Recent media coverage has called attention to the United States Army’s female helicopter pilots, who may — or may not — have a significantly lower accident rate than their male counterparts.
In an article titled “Army Women: Better Chopper Pilots Than the Guys?” Time reporter Mark Thompson claims, “Ten out of every 100 Army helicopter pilots are women — but they account for only 3 out of every 100 accidents.” He cites a May 2013 academic paper by Army Major Seneca Peña-Collazo, who is himself an AH-64 Apache pilot.
In fact, the evidence is less clear-cut. Peña-Collazo’s paper (which is reproduced via the Time website) does indicate that women account for roughly 10 percent of all Army aviators. But the paper does not clearly indicate that women aviators are responsible for only 3 percent of Army aviation accidents — only that 3 percent of all soldiers injured in Army aviation accidents are female.
In some cases, the data are suggestive. For example, the paper indicates that women accounted for none of the injuries in the 85 total accidents involving AH-64A and AH-64D helicopters between Fiscal Year 2002 and Fiscal Year 2013. Since Apache helicopters are operated by pilot and pilot-gunner crews without passengers or other flight crew members, that “at least [suggests] that female attack pilots may be even more safe in the performance of flight duties,” Peña-Collazo notes. However, the paper also indicates that women make up only 3.8 percent of all AH-64D pilots, and no data is provided for the total number of hours and missions flown by male and female attack pilots, so the difference may not be statistically significant.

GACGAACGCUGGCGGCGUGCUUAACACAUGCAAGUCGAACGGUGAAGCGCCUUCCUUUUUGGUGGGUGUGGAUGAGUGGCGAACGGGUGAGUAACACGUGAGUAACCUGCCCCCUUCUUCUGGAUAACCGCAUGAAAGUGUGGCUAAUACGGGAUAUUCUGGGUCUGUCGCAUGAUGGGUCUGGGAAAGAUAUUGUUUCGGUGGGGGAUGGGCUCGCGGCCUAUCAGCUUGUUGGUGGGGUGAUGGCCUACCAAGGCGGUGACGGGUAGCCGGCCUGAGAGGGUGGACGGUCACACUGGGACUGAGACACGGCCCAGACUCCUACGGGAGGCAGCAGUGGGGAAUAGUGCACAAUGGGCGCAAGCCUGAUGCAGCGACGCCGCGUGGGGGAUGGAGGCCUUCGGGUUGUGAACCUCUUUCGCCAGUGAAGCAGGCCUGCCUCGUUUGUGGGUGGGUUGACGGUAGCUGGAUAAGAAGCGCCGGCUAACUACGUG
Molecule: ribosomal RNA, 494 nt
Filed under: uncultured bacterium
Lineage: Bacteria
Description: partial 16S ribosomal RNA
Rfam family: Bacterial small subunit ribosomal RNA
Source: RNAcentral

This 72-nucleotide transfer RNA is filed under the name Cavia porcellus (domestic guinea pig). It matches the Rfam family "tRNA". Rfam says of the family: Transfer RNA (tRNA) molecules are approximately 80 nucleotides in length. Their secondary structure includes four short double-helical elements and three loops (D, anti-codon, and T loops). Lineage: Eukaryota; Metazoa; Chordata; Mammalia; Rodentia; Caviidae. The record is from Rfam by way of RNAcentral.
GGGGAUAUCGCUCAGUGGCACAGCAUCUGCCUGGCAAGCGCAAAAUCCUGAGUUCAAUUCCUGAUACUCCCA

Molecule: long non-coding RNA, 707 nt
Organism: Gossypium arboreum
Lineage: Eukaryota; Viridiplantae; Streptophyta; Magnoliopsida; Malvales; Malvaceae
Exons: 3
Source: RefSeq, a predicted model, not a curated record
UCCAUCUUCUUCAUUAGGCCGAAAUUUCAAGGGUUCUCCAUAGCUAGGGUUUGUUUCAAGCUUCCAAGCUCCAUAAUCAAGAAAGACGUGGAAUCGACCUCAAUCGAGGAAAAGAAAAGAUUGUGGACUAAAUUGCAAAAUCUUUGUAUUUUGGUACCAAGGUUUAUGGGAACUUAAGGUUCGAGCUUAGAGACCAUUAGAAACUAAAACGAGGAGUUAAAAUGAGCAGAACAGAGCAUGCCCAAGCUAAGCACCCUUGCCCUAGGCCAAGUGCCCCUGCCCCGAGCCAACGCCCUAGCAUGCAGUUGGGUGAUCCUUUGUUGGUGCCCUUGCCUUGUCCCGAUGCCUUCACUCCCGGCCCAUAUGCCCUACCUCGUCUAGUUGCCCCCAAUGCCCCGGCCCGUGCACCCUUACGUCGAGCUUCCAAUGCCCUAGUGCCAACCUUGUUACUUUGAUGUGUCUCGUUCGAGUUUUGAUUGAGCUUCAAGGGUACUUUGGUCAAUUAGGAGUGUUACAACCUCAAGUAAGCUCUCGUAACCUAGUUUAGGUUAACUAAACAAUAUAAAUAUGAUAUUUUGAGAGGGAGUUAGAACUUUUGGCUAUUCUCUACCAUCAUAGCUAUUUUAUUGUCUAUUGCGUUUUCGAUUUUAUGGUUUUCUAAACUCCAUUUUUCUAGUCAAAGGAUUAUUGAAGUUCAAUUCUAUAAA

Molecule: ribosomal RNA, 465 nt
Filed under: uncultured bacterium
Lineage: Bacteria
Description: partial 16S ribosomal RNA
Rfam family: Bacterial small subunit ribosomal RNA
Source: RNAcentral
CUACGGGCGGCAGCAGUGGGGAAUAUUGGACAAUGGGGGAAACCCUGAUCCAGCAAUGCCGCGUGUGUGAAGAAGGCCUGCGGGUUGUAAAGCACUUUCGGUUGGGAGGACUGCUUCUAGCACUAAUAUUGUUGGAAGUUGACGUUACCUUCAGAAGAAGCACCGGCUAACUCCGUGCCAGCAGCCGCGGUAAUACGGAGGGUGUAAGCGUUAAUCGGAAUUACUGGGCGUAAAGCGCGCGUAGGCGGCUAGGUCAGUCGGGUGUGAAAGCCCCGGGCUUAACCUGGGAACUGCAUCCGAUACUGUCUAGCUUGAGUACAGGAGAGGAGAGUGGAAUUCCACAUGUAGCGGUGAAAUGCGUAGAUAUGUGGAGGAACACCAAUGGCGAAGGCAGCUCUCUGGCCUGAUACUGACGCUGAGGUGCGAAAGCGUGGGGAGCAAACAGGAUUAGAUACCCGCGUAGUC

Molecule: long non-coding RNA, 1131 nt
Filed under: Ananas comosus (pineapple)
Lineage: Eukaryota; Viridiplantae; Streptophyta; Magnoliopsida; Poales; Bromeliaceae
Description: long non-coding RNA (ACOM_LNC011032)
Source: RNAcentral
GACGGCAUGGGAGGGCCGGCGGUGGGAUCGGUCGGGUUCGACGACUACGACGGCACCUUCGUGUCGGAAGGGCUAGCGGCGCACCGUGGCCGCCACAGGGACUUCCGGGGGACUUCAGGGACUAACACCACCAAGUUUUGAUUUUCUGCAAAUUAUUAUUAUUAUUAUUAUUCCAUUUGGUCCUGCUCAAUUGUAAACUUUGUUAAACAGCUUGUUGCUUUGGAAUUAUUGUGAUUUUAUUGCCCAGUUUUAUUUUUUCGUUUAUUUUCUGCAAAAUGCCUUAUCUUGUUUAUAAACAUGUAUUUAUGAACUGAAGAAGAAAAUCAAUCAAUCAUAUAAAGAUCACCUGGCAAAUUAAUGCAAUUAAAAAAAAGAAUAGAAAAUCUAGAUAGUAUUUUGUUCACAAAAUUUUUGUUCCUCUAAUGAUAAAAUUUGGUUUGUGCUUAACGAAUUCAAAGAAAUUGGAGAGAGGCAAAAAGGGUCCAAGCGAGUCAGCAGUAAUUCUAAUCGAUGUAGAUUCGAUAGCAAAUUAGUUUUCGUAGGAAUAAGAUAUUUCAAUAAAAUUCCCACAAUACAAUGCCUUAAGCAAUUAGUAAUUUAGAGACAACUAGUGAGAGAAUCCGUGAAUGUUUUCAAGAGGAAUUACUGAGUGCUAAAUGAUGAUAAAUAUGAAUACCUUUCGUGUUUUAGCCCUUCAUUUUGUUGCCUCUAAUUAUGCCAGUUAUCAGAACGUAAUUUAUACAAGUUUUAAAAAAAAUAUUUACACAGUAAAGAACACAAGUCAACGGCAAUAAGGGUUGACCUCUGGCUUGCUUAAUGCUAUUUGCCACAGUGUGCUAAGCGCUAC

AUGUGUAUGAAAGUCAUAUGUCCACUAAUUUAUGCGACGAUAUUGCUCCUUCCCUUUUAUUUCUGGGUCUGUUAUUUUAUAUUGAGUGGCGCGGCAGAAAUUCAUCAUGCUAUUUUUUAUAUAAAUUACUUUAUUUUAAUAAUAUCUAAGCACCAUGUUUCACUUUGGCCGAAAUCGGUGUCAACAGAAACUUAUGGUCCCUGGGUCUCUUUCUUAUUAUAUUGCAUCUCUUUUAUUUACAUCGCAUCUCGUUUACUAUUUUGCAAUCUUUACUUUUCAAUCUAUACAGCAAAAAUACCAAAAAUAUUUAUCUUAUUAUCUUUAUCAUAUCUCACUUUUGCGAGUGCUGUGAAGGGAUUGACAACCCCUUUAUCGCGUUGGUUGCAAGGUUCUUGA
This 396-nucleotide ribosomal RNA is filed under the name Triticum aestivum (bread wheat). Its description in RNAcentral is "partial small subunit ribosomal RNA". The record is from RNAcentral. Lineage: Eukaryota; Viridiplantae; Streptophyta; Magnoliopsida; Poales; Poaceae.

In any event, Peña-Collazo’s primary goal in the paper is not to make claims about the relative safety of male and female helicopter pilots, but instead to address larger questions concerning women in combat. He concludes that “both perceptually, from senior leaders, as well as quantifiable measures of performance of women in combat, they contribute meaningfully with a comparable level of performance as male-only units.” The “deeper discussion,” he says, “revolves around breaking cultural biases throughout the armed services.”
Although female helicopter pilots are still relatively under-represented in U.S. Army Aviation, female pilots in the military appear to be making greater strides than female pilots in the civilian world. While women make up just 10 percent of all Army aviators and 14 percent of the total Active Army force, Peña-Collazo says, “The Pentagon is firmly entrenched on a path of inclusiveness which continually opens up more positions to females. And Army Aviation seems to be living up to the official rhetoric of inclusiveness as more women are being selected for command.”
Meanwhile, the most recent data from the U.S. Federal Aviation Administration (FAA) indicate that women accounted for only around 4.8 percent of all active commercial and airline transport pilot airmen certificates held in 2012. Although the FAA does not keep statistics for rotorcraft pilots by gender, other evidence indicates that the percentage of women working as professional civilian helicopter pilots in North America and beyond may be even lower. For example, 2008 statistics from Transport Canada indicated that only 3.6 percent of all commercial and ATP helicopter licenses in force were held by women.